How your MP voted? Parliament gives green light to RAF joining air strikes in Iraq
- Credit: PA
MPs have given the Government the green light to allow British forces to join air strikes against Islamic State (IS) in Iraq after more than six hours of debate in an emergency recall of Parliament.
The front benches of the three main parties united over the proposals, which could see the first strikes by jets from RAF Marham in Norfolk within hours.
Prime Minister David Cameron's motion was carried 524 to 43, a majority of 481,
Most MPs spoke out in favour of the motion but a number raised serious questions and reservations about the implications of launching a bombing campaign against IS, also known as Isil or Isis, without a clear exit strategy.
This included South Norfolk MP Richard Bacon who said: 'We have tried bombing on many occassions and on each occassion we have ended up making things worse. It was supported by members of parliament, some of who were will to acknowledge that we do not know were this is going, or where it will end, but none the less they were prepared to countenance air strikes.'
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He said that there needed to be a political solution, and solders on the ground that involved other muslim nations.
Mr Cameron began the day by insisting Britain had a clear 'duty' to join the campaign, which has already featured air attacks by the United States, France and Arab allies including Saudi Arabia and the United Arab Emirates.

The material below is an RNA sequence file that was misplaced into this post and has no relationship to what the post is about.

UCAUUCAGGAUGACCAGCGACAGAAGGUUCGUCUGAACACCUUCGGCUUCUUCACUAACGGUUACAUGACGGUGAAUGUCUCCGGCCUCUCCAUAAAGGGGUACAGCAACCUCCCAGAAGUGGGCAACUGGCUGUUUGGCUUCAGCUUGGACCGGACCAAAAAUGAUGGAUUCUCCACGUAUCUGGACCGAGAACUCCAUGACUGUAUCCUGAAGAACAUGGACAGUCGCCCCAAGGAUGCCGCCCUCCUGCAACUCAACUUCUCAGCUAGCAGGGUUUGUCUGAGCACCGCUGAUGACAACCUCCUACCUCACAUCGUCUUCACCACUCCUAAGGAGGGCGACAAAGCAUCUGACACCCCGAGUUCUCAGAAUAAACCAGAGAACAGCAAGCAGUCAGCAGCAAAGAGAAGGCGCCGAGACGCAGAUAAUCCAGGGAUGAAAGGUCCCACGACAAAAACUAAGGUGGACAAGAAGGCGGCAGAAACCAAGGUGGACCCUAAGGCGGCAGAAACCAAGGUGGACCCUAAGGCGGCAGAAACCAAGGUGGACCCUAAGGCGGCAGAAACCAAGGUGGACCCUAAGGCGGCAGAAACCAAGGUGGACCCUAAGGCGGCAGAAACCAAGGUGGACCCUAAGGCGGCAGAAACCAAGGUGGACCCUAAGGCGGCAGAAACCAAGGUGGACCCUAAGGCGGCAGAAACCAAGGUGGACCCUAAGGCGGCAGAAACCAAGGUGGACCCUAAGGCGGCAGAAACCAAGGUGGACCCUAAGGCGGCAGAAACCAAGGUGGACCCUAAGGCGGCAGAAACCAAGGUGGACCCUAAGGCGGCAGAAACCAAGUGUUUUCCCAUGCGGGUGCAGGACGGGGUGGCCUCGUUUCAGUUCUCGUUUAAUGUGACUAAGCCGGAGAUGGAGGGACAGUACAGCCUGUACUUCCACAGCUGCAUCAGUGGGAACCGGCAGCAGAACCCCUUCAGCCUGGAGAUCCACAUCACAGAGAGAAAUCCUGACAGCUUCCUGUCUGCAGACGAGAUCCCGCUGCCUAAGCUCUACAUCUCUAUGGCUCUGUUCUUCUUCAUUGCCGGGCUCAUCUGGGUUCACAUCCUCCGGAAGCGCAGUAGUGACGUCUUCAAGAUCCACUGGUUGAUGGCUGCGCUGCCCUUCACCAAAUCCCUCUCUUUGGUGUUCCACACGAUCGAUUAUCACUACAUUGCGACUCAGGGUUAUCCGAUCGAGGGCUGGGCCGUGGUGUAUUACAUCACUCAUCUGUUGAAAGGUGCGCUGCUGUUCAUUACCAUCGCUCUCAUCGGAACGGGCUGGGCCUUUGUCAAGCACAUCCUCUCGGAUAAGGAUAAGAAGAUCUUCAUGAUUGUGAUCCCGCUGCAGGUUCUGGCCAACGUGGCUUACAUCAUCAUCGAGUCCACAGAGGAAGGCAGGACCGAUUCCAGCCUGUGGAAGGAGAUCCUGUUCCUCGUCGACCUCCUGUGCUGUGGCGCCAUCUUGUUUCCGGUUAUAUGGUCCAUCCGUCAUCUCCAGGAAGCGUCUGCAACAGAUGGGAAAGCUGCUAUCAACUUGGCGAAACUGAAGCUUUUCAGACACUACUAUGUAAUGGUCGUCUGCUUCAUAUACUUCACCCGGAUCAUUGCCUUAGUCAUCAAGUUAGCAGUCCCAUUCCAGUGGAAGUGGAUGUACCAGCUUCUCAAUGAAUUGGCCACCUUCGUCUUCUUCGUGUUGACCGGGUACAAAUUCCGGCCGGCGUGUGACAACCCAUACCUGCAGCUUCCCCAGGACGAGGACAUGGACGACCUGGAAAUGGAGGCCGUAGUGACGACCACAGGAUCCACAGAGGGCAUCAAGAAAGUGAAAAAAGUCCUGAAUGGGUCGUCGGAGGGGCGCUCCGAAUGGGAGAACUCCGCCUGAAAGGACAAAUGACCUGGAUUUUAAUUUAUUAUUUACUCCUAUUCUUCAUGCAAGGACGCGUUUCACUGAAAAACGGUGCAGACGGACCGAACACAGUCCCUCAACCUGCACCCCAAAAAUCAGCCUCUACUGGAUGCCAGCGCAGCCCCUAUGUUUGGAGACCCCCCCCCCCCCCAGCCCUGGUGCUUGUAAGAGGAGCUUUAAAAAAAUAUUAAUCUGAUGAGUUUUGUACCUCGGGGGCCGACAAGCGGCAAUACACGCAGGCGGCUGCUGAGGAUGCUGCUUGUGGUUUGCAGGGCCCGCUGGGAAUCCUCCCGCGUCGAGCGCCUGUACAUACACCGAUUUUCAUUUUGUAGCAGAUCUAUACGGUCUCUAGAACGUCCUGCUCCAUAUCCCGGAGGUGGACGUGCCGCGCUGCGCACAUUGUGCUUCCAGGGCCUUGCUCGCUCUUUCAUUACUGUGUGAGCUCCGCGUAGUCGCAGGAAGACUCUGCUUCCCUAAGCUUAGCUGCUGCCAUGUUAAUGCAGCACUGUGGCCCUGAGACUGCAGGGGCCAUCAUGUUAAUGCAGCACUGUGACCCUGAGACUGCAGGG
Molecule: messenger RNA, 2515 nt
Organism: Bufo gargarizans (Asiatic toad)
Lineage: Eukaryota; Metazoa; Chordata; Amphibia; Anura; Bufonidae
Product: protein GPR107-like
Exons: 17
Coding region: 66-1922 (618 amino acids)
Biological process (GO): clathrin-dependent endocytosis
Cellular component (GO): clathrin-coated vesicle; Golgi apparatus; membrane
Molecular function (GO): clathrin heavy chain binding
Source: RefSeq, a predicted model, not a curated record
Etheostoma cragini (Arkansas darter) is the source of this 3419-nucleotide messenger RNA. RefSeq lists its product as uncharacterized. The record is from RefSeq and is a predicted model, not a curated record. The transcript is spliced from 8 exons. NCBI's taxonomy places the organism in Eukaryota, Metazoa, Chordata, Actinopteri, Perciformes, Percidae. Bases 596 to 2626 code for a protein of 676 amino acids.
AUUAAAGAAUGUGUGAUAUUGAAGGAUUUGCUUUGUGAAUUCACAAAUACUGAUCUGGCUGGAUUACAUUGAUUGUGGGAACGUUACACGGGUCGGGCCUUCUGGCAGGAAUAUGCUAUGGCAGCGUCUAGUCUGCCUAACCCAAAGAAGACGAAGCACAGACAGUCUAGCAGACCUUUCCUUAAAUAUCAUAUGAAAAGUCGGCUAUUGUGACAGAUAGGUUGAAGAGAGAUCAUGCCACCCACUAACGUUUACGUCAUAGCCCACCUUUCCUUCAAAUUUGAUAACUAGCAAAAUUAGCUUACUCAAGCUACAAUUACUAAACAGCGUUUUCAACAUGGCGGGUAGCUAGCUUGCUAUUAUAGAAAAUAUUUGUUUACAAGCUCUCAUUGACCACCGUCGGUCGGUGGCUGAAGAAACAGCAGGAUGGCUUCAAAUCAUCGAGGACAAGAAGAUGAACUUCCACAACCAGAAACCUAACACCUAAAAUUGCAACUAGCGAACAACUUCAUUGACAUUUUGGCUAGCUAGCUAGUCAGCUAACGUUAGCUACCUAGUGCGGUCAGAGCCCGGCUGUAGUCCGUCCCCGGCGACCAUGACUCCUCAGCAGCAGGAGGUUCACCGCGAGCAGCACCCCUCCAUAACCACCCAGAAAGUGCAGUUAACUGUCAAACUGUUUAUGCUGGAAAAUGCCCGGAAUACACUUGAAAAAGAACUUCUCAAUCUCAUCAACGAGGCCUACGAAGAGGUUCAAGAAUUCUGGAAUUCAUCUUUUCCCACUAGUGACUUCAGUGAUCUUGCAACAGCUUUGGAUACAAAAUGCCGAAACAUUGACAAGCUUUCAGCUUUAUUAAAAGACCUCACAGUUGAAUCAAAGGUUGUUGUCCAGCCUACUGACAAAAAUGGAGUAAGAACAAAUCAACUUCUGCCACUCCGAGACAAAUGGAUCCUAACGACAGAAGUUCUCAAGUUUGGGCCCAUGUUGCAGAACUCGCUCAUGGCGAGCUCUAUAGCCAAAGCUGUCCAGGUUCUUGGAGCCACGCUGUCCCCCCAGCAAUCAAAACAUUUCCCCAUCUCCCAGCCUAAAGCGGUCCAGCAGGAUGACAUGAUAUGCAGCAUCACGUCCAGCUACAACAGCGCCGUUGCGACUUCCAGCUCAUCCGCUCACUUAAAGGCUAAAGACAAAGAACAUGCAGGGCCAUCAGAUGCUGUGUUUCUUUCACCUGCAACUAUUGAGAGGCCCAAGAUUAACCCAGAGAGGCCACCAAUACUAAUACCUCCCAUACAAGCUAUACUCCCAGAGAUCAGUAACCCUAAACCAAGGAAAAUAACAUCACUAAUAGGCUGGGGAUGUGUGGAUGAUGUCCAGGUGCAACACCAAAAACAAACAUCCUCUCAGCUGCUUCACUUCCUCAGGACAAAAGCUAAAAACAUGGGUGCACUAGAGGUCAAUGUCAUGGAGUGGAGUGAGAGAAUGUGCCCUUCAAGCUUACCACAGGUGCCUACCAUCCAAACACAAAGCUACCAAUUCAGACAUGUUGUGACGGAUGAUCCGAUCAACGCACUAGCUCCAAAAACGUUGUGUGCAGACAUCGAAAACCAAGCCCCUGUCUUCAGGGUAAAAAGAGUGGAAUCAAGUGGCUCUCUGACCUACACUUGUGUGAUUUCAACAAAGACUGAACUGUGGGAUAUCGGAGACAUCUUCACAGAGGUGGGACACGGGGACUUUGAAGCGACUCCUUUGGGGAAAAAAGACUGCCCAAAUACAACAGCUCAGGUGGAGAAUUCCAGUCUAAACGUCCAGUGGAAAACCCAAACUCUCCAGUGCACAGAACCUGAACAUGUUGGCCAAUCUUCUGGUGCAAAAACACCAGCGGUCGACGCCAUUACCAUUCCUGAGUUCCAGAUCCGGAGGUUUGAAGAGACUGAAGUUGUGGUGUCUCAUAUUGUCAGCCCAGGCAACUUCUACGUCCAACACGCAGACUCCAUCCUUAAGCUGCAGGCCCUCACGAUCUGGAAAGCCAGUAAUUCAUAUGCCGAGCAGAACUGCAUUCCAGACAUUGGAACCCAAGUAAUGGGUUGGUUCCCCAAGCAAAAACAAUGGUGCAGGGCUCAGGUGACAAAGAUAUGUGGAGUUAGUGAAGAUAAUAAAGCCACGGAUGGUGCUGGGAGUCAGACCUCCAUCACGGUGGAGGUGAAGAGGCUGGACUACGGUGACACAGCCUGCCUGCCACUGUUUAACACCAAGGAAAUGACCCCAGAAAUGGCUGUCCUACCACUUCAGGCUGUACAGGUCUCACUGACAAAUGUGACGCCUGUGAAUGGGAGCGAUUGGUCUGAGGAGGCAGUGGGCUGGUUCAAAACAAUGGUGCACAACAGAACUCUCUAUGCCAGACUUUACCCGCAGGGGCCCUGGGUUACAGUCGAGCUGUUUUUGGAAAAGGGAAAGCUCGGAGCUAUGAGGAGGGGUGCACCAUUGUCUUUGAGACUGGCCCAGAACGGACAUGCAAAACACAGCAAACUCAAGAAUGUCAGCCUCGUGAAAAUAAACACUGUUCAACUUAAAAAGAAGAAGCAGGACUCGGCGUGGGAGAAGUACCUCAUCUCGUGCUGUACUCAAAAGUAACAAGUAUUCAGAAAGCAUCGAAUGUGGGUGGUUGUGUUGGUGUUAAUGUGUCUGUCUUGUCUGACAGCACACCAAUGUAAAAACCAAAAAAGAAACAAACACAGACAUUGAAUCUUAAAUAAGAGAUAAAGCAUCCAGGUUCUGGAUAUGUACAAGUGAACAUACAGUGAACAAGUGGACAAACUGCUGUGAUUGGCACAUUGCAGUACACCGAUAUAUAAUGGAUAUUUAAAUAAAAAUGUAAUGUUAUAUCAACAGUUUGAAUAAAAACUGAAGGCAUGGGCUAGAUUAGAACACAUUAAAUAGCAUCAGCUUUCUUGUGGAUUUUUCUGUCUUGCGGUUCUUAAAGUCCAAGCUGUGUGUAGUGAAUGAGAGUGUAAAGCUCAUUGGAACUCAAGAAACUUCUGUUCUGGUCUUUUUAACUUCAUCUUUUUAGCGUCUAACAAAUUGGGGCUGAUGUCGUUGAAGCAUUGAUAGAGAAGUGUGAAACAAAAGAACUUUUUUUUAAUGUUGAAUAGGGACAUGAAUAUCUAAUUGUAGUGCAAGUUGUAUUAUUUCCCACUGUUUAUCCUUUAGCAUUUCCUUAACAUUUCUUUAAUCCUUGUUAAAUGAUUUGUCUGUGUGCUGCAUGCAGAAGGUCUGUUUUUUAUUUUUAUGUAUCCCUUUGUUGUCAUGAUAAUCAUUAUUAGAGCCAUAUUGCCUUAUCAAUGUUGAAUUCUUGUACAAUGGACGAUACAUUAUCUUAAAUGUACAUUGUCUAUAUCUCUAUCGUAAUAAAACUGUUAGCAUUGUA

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He braced the public for a mission that would last 'not just months but years' but said he was not prepared to 'subcontract' the protection of British streets from terrorism to other countries' air forces.
Labour leader Ed Miliband - who a year ago forced the Prime Minister to abandon plans for air strikes against the Syrian regime by inflicting a Commons revolt on the issue - said the UK 'cannot simply stand by'.
Concluding the debate, Liberal Democrat leader and Deputy Prime Minister Nick Clegg said: 'There are times when it is simply impossible to reason with your foe.
'We must act, we do so mindful of the mistakes and lessons of the past. We do so with lawful authority, with clear objectives and with the support and active participation of a broad coalition of international opinion which is saying to Isil enough is enough.'
Sir Richard Ottaway, chairman of the Foreign Affairs Select Committee, said he feared deaths if British action takes place.
But he said he would back the Government's proposal for Iraq with 'a feeling of depression and trepidation', although he also called for it to be extended to Syria.
Former Cabinet minister Ken Clarke described Britain's involvement in military action as largely symbolic.
The Rushcliffe MP said: 'I am left with the feeling that certainly I should support this motion because some of our best allies are taking part in this intervention.
'The main hope I have is it gives us a positive influence on the diplomacy and the unfolding politics that have to take place to try to get together what again seems to be agreed on all sides is necessary - the widest possible participation and settlement between the great powers of the region in order to get what we all want, lasting stability and security in what at the moment is a very dangerous region of the world.'
Former Liberal Democrat leader Sir Menzies Campbell said: 'We are faced with circumstances in relation to Iraq in which its very survival is at stake.